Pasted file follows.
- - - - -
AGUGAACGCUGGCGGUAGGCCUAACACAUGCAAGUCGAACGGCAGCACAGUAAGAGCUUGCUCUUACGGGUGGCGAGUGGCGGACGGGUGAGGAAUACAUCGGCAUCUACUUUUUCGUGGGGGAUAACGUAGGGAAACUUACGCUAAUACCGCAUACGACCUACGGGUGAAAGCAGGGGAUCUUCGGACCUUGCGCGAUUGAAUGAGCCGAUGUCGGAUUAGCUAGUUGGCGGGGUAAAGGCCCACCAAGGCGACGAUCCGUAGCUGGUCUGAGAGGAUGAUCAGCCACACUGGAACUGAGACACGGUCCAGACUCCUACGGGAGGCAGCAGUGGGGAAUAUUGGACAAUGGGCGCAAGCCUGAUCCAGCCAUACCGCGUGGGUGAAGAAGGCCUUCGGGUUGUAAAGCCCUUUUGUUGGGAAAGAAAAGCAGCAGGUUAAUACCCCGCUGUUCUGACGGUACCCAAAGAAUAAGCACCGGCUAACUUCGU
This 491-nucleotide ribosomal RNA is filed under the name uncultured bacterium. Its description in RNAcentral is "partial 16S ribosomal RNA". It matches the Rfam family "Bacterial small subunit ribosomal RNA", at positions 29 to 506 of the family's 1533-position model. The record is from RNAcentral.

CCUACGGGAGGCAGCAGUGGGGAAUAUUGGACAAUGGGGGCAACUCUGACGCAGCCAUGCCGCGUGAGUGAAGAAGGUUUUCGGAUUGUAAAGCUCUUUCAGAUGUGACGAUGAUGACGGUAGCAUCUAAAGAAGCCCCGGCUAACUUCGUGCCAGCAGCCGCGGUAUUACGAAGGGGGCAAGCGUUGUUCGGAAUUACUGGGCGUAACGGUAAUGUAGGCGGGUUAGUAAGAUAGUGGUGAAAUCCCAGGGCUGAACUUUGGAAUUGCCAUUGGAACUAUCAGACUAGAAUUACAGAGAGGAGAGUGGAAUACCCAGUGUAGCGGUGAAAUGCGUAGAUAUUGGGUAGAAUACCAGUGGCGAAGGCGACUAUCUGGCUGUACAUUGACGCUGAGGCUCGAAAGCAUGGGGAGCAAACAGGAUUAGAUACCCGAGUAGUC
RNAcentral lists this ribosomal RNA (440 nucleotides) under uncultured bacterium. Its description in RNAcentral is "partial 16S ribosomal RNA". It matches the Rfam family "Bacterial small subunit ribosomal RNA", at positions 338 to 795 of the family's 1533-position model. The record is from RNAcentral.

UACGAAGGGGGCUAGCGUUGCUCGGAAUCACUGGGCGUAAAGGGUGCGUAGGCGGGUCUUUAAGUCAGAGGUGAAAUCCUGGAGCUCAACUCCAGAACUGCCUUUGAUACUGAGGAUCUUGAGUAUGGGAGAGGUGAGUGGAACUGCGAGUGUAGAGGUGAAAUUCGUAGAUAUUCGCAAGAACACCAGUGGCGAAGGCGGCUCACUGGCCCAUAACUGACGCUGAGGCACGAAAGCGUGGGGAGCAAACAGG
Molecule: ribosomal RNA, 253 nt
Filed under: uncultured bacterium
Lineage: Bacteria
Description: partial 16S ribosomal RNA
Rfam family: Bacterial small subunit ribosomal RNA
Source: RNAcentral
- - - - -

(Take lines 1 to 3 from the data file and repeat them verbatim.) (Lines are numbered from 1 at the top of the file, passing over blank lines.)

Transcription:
AGUGAACGCUGGCGGUAGGCCUAACACAUGCAAGUCGAACGGCAGCACAGUAAGAGCUUGCUCUUACGGGUGGCGAGUGGCGGACGGGUGAGGAAUACAUCGGCAUCUACUUUUUCGUGGGGGAUAACGUAGGGAAACUUACGCUAAUACCGCAUACGACCUACGGGUGAAAGCAGGGGAUCUUCGGACCUUGCGCGAUUGAAUGAGCCGAUGUCGGAUUAGCUAGUUGGCGGGGUAAAGGCCCACCAAGGCGACGAUCCGUAGCUGGUCUGAGAGGAUGAUCAGCCACACUGGAACUGAGACACGGUCCAGACUCCUACGGGAGGCAGCAGUGGGGAAUAUUGGACAAUGGGCGCAAGCCUGAUCCAGCCAUACCGCGUGGGUGAAGAAGGCCUUCGGGUUGUAAAGCCCUUUUGUUGGGAAAGAAAAGCAGCAGGUUAAUACCCCGCUGUUCUGACGGUACCCAAAGAAUAAGCACCGGCUAACUUCGU
This 491-nucleotide ribosomal RNA is filed under the name uncultured bacterium. Its description in RNAcentral is "partial 16S ribosomal RNA". It matches the Rfam family "Bacterial small subunit ribosomal RNA", at positions 29 to 506 of the family's 1533-position model. The record is from RNAcentral.

CCUACGGGAGGCAGCAGUGGGGAAUAUUGGACAAUGGGGGCAACUCUGACGCAGCCAUGCCGCGUGAGUGAAGAAGGUUUUCGGAUUGUAAAGCUCUUUCAGAUGUGACGAUGAUGACGGUAGCAUCUAAAGAAGCCCCGGCUAACUUCGUGCCAGCAGCCGCGGUAUUACGAAGGGGGCAAGCGUUGUUCGGAAUUACUGGGCGUAACGGUAAUGUAGGCGGGUUAGUAAGAUAGUGGUGAAAUCCCAGGGCUGAACUUUGGAAUUGCCAUUGGAACUAUCAGACUAGAAUUACAGAGAGGAGAGUGGAAUACCCAGUGUAGCGGUGAAAUGCGUAGAUAUUGGGUAGAAUACCAGUGGCGAAGGCGACUAUCUGGCUGUACAUUGACGCUGAGGCUCGAAAGCAUGGGGAGCAAACAGGAUUAGAUACCCGAGUAGUC